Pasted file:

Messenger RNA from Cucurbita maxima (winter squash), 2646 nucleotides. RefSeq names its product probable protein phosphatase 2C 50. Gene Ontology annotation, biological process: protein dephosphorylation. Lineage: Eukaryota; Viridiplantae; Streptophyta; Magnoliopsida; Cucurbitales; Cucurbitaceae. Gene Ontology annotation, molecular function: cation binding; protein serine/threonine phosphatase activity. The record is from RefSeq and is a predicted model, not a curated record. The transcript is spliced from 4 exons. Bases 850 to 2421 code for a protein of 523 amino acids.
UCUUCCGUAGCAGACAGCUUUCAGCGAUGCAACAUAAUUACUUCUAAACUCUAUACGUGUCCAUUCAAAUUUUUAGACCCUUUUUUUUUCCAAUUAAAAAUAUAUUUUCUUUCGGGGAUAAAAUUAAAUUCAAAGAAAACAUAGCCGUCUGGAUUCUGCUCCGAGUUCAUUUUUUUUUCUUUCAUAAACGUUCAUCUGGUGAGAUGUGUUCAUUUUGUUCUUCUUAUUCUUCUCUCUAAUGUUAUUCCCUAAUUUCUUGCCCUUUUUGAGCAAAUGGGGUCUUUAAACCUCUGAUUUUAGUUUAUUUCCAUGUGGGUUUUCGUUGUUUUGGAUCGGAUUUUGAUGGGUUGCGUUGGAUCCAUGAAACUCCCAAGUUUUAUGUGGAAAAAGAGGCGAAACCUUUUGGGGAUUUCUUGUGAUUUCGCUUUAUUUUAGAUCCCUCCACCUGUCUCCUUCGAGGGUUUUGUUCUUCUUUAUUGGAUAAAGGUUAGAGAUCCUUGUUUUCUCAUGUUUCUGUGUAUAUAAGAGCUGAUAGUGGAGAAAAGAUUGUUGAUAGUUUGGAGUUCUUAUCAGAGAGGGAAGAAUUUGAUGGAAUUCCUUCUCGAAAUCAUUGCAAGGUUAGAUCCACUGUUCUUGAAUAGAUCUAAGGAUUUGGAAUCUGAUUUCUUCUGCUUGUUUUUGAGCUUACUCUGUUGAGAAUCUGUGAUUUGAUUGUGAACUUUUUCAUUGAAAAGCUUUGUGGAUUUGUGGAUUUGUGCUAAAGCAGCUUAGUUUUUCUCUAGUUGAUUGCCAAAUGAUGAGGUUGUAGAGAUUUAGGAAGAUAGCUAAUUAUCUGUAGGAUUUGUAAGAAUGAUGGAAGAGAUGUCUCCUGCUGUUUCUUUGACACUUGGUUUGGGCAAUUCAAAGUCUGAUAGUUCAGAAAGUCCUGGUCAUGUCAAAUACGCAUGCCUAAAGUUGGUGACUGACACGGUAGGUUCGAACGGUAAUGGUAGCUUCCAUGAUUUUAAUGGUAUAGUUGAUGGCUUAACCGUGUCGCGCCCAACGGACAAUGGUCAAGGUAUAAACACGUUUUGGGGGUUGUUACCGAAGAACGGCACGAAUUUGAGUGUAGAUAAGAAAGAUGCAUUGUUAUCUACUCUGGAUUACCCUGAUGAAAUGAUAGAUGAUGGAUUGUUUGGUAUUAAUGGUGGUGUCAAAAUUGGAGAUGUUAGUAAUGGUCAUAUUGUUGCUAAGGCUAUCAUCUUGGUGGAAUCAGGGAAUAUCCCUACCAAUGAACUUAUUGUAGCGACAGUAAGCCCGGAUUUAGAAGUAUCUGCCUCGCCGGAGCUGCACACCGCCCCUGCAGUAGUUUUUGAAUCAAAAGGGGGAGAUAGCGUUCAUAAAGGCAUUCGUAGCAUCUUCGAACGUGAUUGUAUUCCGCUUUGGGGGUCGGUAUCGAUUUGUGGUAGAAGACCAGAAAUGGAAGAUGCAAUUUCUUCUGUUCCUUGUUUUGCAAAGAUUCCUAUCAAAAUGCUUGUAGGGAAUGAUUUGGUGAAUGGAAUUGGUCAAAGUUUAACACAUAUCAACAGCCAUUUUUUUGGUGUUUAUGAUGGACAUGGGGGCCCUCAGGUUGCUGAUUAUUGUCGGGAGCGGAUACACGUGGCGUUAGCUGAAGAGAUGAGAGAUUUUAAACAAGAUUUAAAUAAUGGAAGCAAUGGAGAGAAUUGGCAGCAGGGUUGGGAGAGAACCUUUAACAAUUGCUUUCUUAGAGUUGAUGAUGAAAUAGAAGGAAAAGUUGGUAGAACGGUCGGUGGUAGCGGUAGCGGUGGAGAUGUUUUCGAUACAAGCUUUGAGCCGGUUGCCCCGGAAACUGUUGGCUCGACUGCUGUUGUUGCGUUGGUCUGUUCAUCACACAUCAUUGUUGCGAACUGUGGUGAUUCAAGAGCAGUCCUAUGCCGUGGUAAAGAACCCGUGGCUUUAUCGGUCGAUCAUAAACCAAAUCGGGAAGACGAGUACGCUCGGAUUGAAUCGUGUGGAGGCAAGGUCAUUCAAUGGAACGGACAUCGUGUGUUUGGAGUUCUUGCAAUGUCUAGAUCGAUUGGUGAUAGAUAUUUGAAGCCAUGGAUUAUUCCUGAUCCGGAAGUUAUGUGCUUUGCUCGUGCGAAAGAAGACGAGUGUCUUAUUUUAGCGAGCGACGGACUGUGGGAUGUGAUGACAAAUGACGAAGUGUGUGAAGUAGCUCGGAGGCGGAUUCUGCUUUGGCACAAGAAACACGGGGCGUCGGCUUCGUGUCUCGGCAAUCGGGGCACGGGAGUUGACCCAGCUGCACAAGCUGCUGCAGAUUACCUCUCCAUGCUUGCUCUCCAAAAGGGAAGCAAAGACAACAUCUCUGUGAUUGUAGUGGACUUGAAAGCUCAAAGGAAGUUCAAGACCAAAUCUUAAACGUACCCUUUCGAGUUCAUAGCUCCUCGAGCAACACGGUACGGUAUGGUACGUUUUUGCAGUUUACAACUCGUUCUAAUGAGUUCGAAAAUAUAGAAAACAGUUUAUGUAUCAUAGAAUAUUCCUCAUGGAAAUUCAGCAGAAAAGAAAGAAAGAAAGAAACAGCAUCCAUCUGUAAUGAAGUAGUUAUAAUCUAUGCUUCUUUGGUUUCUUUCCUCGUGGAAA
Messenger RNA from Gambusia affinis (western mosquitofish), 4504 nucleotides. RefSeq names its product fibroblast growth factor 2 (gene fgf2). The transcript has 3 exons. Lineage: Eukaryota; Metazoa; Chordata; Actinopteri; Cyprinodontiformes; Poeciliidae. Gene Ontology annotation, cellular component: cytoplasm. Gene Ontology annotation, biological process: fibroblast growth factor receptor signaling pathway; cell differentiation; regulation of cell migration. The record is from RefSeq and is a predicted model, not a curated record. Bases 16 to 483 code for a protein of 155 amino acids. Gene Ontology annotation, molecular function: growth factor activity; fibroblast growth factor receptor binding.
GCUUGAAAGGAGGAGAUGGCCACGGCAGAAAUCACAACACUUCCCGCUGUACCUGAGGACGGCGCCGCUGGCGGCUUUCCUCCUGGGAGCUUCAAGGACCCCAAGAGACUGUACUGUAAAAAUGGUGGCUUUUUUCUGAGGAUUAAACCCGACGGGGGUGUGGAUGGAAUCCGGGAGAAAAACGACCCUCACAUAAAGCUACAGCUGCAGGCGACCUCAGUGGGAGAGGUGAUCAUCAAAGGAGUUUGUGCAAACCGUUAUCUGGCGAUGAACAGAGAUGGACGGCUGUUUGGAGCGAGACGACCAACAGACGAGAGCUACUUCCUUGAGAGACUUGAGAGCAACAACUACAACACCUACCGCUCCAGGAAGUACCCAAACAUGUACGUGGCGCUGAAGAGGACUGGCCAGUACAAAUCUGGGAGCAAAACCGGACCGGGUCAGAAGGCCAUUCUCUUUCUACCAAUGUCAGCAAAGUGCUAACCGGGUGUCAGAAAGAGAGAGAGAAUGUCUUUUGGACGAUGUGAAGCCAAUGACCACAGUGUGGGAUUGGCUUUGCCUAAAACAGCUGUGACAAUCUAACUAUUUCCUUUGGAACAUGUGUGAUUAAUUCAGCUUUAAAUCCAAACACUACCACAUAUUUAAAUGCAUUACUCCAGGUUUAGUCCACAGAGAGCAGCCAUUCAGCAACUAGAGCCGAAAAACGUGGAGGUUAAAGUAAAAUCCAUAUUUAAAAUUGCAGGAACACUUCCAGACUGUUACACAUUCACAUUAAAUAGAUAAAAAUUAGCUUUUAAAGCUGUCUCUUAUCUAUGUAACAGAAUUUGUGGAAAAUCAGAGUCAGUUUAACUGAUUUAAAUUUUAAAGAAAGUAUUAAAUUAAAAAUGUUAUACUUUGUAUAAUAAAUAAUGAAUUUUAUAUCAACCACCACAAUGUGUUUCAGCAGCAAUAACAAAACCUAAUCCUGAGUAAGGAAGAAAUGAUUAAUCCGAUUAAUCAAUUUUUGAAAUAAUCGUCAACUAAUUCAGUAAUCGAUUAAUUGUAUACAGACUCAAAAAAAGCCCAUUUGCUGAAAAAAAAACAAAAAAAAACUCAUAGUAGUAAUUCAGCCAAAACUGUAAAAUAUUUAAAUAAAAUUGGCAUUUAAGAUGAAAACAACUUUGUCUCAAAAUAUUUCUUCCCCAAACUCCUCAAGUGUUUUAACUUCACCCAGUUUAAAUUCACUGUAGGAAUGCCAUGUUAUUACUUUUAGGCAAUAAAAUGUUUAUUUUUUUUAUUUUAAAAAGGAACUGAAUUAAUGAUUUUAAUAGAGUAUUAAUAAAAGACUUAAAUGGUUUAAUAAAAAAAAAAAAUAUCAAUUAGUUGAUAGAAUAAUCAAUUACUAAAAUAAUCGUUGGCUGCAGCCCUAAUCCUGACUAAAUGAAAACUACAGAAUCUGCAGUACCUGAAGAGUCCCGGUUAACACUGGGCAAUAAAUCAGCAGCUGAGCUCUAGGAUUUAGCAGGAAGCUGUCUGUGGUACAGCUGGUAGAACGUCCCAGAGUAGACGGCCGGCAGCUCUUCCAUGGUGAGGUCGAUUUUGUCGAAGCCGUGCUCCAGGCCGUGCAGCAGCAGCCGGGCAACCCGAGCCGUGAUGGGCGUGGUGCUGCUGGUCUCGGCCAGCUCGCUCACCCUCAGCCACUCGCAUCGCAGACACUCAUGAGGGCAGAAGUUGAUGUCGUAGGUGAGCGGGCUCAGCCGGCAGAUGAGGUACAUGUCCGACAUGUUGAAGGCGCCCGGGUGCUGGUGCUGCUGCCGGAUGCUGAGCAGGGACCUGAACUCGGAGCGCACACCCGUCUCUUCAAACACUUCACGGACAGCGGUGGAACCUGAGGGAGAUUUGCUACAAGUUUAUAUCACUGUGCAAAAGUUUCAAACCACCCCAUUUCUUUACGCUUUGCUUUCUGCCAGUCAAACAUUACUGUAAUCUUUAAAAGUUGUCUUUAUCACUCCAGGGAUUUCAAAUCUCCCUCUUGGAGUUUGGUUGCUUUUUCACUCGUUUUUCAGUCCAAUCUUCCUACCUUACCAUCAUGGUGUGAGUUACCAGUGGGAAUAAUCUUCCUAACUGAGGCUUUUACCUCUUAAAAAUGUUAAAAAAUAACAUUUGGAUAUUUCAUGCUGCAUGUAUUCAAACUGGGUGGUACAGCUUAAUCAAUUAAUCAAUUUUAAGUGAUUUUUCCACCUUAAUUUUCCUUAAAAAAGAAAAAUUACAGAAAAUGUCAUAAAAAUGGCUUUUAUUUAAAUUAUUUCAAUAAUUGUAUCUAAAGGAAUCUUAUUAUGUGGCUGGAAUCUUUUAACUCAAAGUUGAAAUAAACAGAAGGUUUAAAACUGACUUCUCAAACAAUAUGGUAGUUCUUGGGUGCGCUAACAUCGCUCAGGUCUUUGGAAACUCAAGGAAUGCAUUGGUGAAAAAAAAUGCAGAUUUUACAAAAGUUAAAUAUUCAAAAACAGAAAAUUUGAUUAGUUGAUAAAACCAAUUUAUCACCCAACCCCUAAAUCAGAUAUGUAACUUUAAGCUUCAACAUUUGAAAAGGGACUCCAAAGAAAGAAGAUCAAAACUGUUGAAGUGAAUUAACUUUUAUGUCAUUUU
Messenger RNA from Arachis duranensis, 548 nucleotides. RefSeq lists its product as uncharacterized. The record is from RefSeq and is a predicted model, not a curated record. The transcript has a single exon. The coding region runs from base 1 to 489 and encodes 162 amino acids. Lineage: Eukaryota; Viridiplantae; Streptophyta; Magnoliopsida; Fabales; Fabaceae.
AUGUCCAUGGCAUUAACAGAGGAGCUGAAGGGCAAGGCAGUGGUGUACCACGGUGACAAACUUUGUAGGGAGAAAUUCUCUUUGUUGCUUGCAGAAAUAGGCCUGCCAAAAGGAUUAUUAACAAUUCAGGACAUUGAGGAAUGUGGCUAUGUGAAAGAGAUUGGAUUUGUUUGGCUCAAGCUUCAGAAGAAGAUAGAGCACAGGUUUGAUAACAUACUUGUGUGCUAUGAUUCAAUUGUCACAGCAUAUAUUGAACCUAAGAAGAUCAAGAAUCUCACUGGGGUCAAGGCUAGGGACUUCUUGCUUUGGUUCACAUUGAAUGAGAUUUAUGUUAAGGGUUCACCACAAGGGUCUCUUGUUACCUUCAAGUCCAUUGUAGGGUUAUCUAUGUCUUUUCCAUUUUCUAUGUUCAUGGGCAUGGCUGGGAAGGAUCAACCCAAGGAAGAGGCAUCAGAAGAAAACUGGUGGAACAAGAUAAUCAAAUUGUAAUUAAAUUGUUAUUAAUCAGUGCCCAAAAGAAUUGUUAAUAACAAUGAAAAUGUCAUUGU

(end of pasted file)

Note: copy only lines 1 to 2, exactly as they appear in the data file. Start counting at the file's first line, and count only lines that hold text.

Messenger RNA from Cucurbita maxima (winter squash), 2646 nucleotides. RefSeq names its product probable protein phosphatase 2C 50. Gene Ontology annotation, biological process: protein dephosphorylation. Lineage: Eukaryota; Viridiplantae; Streptophyta; Magnoliopsida; Cucurbitales; Cucurbitaceae. Gene Ontology annotation, molecular function: cation binding; protein serine/threonine phosphatase activity. The record is from RefSeq and is a predicted model, not a curated record. The transcript is spliced from 4 exons. Bases 850 to 2421 code for a protein of 523 amino acids.
UCUUCCGUAGCAGACAGCUUUCAGCGAUGCAACAUAAUUACUUCUAAACUCUAUACGUGUCCAUUCAAAUUUUUAGACCCUUUUUUUUUCCAAUUAAAAAUAUAUUUUCUUUCGGGGAUAAAAUUAAAUUCAAAGAAAACAUAGCCGUCUGGAUUCUGCUCCGAGUUCAUUUUUUUUUCUUUCAUAAACGUUCAUCUGGUGAGAUGUGUUCAUUUUGUUCUUCUUAUUCUUCUCUCUAAUGUUAUUCCCUAAUUUCUUGCCCUUUUUGAGCAAAUGGGGUCUUUAAACCUCUGAUUUUAGUUUAUUUCCAUGUGGGUUUUCGUUGUUUUGGAUCGGAUUUUGAUGGGUUGCGUUGGAUCCAUGAAACUCCCAAGUUUUAUGUGGAAAAAGAGGCGAAACCUUUUGGGGAUUUCUUGUGAUUUCGCUUUAUUUUAGAUCCCUCCACCUGUCUCCUUCGAGGGUUUUGUUCUUCUUUAUUGGAUAAAGGUUAGAGAUCCUUGUUUUCUCAUGUUUCUGUGUAUAUAAGAGCUGAUAGUGGAGAAAAGAUUGUUGAUAGUUUGGAGUUCUUAUCAGAGAGGGAAGAAUUUGAUGGAAUUCCUUCUCGAAAUCAUUGCAAGGUUAGAUCCACUGUUCUUGAAUAGAUCUAAGGAUUUGGAAUCUGAUUUCUUCUGCUUGUUUUUGAGCUUACUCUGUUGAGAAUCUGUGAUUUGAUUGUGAACUUUUUCAUUGAAAAGCUUUGUGGAUUUGUGGAUUUGUGCUAAAGCAGCUUAGUUUUUCUCUAGUUGAUUGCCAAAUGAUGAGGUUGUAGAGAUUUAGGAAGAUAGCUAAUUAUCUGUAGGAUUUGUAAGAAUGAUGGAAGAGAUGUCUCCUGCUGUUUCUUUGACACUUGGUUUGGGCAAUUCAAAGUCUGAUAGUUCAGAAAGUCCUGGUCAUGUCAAAUACGCAUGCCUAAAGUUGGUGACUGACACGGUAGGUUCGAACGGUAAUGGUAGCUUCCAUGAUUUUAAUGGUAUAGUUGAUGGCUUAACCGUGUCGCGCCCAACGGACAAUGGUCAAGGUAUAAACACGUUUUGGGGGUUGUUACCGAAGAACGGCACGAAUUUGAGUGUAGAUAAGAAAGAUGCAUUGUUAUCUACUCUGGAUUACCCUGAUGAAAUGAUAGAUGAUGGAUUGUUUGGUAUUAAUGGUGGUGUCAAAAUUGGAGAUGUUAGUAAUGGUCAUAUUGUUGCUAAGGCUAUCAUCUUGGUGGAAUCAGGGAAUAUCCCUACCAAUGAACUUAUUGUAGCGACAGUAAGCCCGGAUUUAGAAGUAUCUGCCUCGCCGGAGCUGCACACCGCCCCUGCAGUAGUUUUUGAAUCAAAAGGGGGAGAUAGCGUUCAUAAAGGCAUUCGUAGCAUCUUCGAACGUGAUUGUAUUCCGCUUUGGGGGUCGGUAUCGAUUUGUGGUAGAAGACCAGAAAUGGAAGAUGCAAUUUCUUCUGUUCCUUGUUUUGCAAAGAUUCCUAUCAAAAUGCUUGUAGGGAAUGAUUUGGUGAAUGGAAUUGGUCAAAGUUUAACACAUAUCAACAGCCAUUUUUUUGGUGUUUAUGAUGGACAUGGGGGCCCUCAGGUUGCUGAUUAUUGUCGGGAGCGGAUACACGUGGCGUUAGCUGAAGAGAUGAGAGAUUUUAAACAAGAUUUAAAUAAUGGAAGCAAUGGAGAGAAUUGGCAGCAGGGUUGGGAGAGAACCUUUAACAAUUGCUUUCUUAGAGUUGAUGAUGAAAUAGAAGGAAAAGUUGGUAGAACGGUCGGUGGUAGCGGUAGCGGUGGAGAUGUUUUCGAUACAAGCUUUGAGCCGGUUGCCCCGGAAACUGUUGGCUCGACUGCUGUUGUUGCGUUGGUCUGUUCAUCACACAUCAUUGUUGCGAACUGUGGUGAUUCAAGAGCAGUCCUAUGCCGUGGUAAAGAACCCGUGGCUUUAUCGGUCGAUCAUAAACCAAAUCGGGAAGACGAGUACGCUCGGAUUGAAUCGUGUGGAGGCAAGGUCAUUCAAUGGAACGGACAUCGUGUGUUUGGAGUUCUUGCAAUGUCUAGAUCGAUUGGUGAUAGAUAUUUGAAGCCAUGGAUUAUUCCUGAUCCGGAAGUUAUGUGCUUUGCUCGUGCGAAAGAAGACGAGUGUCUUAUUUUAGCGAGCGACGGACUGUGGGAUGUGAUGACAAAUGACGAAGUGUGUGAAGUAGCUCGGAGGCGGAUUCUGCUUUGGCACAAGAAACACGGGGCGUCGGCUUCGUGUCUCGGCAAUCGGGGCACGGGAGUUGACCCAGCUGCACAAGCUGCUGCAGAUUACCUCUCCAUGCUUGCUCUCCAAAAGGGAAGCAAAGACAACAUCUCUGUGAUUGUAGUGGACUUGAAAGCUCAAAGGAAGUUCAAGACCAAAUCUUAAACGUACCCUUUCGAGUUCAUAGCUCCUCGAGCAACACGGUACGGUAUGGUACGUUUUUGCAGUUUACAACUCGUUCUAAUGAGUUCGAAAAUAUAGAAAACAGUUUAUGUAUCAUAGAAUAUUCCUCAUGGAAAUUCAGCAGAAAAGAAAGAAAGAAAGAAACAGCAUCCAUCUGUAAUGAAGUAGUUAUAAUCUAUGCUUCUUUGGUUUCUUUCCUCGUGGAAA